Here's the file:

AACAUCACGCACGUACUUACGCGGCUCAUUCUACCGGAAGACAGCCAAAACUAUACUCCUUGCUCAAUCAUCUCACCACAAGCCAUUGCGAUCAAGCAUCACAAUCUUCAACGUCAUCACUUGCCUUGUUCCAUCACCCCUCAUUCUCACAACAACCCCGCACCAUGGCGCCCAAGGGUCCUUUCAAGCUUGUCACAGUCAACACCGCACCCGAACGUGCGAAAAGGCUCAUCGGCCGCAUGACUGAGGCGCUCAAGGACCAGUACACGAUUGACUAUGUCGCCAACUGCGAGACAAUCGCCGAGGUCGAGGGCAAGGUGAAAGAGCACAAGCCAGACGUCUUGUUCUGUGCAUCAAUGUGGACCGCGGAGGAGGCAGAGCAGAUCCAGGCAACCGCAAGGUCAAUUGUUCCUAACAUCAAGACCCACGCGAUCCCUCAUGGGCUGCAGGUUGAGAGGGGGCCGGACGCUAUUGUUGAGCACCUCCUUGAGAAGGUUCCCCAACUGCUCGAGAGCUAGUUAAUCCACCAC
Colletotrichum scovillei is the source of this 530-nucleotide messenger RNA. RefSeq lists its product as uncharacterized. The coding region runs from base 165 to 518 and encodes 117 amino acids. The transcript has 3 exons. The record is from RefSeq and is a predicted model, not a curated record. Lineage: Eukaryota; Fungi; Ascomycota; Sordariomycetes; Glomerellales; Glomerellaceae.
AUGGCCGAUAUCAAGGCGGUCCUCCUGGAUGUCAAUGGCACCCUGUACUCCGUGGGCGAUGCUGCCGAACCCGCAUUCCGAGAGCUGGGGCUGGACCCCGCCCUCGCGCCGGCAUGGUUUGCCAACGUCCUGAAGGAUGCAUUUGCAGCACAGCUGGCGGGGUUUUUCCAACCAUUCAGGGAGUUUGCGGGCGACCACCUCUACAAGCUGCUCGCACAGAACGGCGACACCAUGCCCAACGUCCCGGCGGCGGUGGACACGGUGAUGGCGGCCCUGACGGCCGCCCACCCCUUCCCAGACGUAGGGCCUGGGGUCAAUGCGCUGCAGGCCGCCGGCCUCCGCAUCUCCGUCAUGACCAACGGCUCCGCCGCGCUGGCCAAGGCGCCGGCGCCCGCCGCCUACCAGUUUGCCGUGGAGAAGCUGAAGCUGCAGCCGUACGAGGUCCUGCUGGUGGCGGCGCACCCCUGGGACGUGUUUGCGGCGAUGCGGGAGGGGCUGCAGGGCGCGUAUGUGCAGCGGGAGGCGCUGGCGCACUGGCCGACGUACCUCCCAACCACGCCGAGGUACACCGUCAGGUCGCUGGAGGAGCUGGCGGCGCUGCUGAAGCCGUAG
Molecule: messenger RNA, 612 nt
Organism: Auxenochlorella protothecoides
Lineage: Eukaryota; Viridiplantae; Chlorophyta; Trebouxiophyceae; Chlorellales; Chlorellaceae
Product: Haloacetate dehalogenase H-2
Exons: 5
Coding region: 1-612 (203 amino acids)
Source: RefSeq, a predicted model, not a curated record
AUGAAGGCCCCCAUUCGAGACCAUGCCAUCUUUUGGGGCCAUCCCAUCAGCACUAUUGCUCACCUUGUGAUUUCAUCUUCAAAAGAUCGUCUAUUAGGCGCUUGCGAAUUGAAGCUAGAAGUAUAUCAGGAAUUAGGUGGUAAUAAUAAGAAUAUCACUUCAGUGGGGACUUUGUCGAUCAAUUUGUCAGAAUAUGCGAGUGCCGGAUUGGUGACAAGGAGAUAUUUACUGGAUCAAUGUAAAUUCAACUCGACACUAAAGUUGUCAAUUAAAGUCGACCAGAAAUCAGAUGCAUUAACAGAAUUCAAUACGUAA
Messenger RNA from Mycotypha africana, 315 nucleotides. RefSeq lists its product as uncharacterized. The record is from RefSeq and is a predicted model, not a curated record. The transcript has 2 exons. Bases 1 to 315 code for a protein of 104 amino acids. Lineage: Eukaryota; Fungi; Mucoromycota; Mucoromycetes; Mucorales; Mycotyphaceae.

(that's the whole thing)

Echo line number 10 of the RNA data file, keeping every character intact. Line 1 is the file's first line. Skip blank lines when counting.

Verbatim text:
Source: RefSeq, a predicted model, not a curated record